I enjoy those summer mornings my wife and I sneak out of the house and leave our girls to find their own breakfast (have no worries, two out of three are old enough to stay home alone and even the youngest has been pouring her own cereal for years). Naomi gets her coffee, I get a Diet Pepsi and we hit the area garage sales.
I don't enjoy these mornings because of I get to see mounds of toddler clothes, or various brick-a-brack and keepsakes, or even for the occasional circa 1970's jig saw. Two things make me drag my carcass out of bed on these mornings, the first is the time I get having my wife's attention all to myself, (I'm a selfish guy what can I say), the second is that I get to look around another dude's garage. If they're woodworker's I get to see their shop layout and some of their stationary tools and that is like a little bit of crack to an addict.
With the idea that not everyone has the same answer when it comes to shop solutions, its also true not everyone has the same approach when it comes to executing joinery. More than a peek inside someone's shop, I love a peek inside someone's joinery decisions and process, and I know I'm not the only one. Joe Ledington from the Sleepydog's Woodshop Blog started a bit of a movement, connecting woodworker's through Google+ and inspiring several of us with woodworking bloggers to join in what's been dubbed "How I Do It Friday"
On the last Friday of the month, we will all do a post covering how we chose to create one type of woodworking joint. This month, the inaugural month, we're going to be starting simple and working on half lap joints.
I think I will be using this format as an excuse to play with a medium I have only dabbled in so far . . . video. I'm hoping to get better and appear more relaxed than I have in previous attempts. I have worked in a classroom as a teacher and I regularly make presentations in front of crowds (sometimes a couple hundred people) with my living history hobby, but video is different for me. Maybe it's the fact that the moment is preserved and I can come back and critique my perfectionist self again and again.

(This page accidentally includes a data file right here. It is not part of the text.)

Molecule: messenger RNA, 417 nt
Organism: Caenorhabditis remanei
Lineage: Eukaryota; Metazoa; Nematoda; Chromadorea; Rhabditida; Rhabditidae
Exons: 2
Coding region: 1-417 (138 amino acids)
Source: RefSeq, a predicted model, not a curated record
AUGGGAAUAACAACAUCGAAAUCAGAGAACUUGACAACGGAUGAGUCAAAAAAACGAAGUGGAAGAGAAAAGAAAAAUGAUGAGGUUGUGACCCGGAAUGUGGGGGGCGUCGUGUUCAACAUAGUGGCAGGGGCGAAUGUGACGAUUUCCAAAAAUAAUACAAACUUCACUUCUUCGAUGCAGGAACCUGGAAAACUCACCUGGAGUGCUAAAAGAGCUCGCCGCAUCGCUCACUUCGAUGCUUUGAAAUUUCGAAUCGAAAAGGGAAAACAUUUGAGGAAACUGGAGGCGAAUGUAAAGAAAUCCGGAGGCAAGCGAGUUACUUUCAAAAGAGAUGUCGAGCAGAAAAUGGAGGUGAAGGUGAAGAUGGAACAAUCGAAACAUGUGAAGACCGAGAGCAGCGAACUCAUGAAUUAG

Unfortunately. after shooting and editing up the video, I came to the realization that through the whole thing, I consistently call the joint's shoulder and the cheek by each other's names. What can I say, dyslexics of the world untie! So, please bear with me. An now, without further delay, here is How I Do Half Lap Joints.
Take some time and check out the other contributors to How I Do It Friday
Joe Ledington at Sleepydog's Wood Shop
Andrew Detloff at Ravinheart Renditions
Matt Vanderlist at Matt's Basement Workshop
Allison Slay-White at Scroll Dust Woman
Al Navas at Sandal Woods
Steven Taylor at The Taylor Garage
Tom Iovino at Tom's Workbench
Jeremiah Rodriquez at Sawdust Is Life
Kenny Comeaux at The Wood Ninja
Dyami Plotke at The Penultimate Woodshop
M. Scott Morton at M. Scott Morton Woodworks
Chris Wong at Flair Woodworks
Todd Clippinger at The American Craftsman Workshop
If you blog and are interested in adding to the crowd and offering your own joinery two cents I suggest you drop Joe Ledington a line over at Sleepydog, He's been voted our How I Do It Friday Team Captain. Or you can look any of us up on Google +
Ratione et Passionis